Category Archives: technology

My take: Google Chrome CR-48

Image of Google Chrome CR48 NotebookI guess I’m fiinally going to get around to blogging about the Google Chrome CR-48 Notebook. I was one of the lucky ones who received one of the beta programs notebooks. Imagine my surprise when Cynthia let me know that a larger package arrived for me when I hadn’t been expecting anything. As soon as the box was opened and I saw that awesome packaging that accompanied the CR-48 I was overjoyed. Then there was just the painful wait of letting it reach room temperature.

Once it did I pressed the power button the Chrome logo appeared on screen and just a few short seconds I was at the account creation and setup screen. The setup was very user-friendly asking to link a Google account and take a picture with the included web cam. And the guided tour that followed was equally user-friendly. It did a great job of explaining the mostly familiar keyboard. It has the usual QWERTY keyboard but lacks function keys or CAPS LOCK key.

If I have one complaint about the setup it is the fact that the wireless MAC address could not be found on the notebook or in software at the early stages of setup. Since I have MAC filtering setup on my router this is major inconvenience. With the Chrome OS being self contained within the web browser there is no command prompt for using a utility like ipconfig, as in Windows. A blog entry by Thomas Amsler helped me find the necessary information for finding the Wireless MAC address but I had to resort to connecting to a neighbors unprotected Wi-Fi to complete the setup.

Once the setup was complete, I ran the command from Thomas Amsler’s blog and added the CR-48’s Wireless MAC address to my router. From there it was just a matter of adding my router’s security key and the wireless sprung to life. The Chrome tutorial was helpful and user-friendly as I mentioned above and then it was just a matter of playing with all the Chrome CR-48 has to offer. Which is both a feast and a famine.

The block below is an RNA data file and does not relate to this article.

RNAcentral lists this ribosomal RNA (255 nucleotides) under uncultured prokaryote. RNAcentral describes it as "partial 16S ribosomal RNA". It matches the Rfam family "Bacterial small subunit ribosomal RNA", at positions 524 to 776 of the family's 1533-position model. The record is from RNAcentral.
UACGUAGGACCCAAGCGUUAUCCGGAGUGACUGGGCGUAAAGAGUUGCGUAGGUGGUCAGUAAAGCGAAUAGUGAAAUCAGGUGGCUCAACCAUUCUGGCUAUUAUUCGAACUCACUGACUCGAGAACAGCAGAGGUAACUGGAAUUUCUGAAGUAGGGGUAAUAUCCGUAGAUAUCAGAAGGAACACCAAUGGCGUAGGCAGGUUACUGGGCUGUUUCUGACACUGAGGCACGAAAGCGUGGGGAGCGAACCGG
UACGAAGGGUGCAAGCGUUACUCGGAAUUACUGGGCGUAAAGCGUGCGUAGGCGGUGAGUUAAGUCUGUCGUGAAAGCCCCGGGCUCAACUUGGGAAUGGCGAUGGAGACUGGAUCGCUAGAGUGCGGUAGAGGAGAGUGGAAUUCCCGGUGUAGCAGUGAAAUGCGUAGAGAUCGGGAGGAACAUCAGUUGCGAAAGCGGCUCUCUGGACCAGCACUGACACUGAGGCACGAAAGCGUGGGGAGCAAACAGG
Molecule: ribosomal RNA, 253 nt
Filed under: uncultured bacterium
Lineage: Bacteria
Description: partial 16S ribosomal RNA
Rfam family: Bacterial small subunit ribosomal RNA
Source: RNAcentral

The Google Chrome CR-48 is entirely Chrome web browser. It’s nothing more and it’s nothing less. And Chrome is my web browser of choice. So you’d think it would be a match made in heaven, but ultimately it is not. I forgot how many of my web browsing daily has to be done in Firefox due to incompatibilities between Chrome and my website of choice. My school classes use a web application called Blackboard. And the main notice on the website is Chrome is not supported. The text-boxes don’t render all of the text editing options and I’m unable to upload anything. That fact alone means that I have to resort to Firefox.

Then there is also the fact that several web forums I visit for some reason have a CSS style that doesn’t support Chrome leaving many images with just a broken image box. Which is a minor thing to complain about but it does present a problem with building an OS around a web browser. Now in fairness to Google, this is more an issue with the creators of the CSS but if Google wants this platform to flourish they aren’t going to be able to sit idly by when they can build a psuedo quirks mode of their own and support some of the functionality that other browsers support, if only for expanding the usability base.

Although that being said, the sooner the web gets away from quirks mode and gets standard the better.

The Google Chrome CR-48 beta is really about running the OS through it’s paces, not so much the hardware. But it’s hard not to be aware of hardware flaws when you’re living your online life and doing the things you do on a normal full-feature operating system. HTML5 videos seemed to run well enough on YouTube despite running at a reduced resolution. Videos utilizing Flash were iffy. Sometimes I’d get a great feed and it would play decently. But a trip to Hulu to watch Chuck produced a bit of chop that was subtle enough to watch if you were hard up to do so but it was still pretty annoying.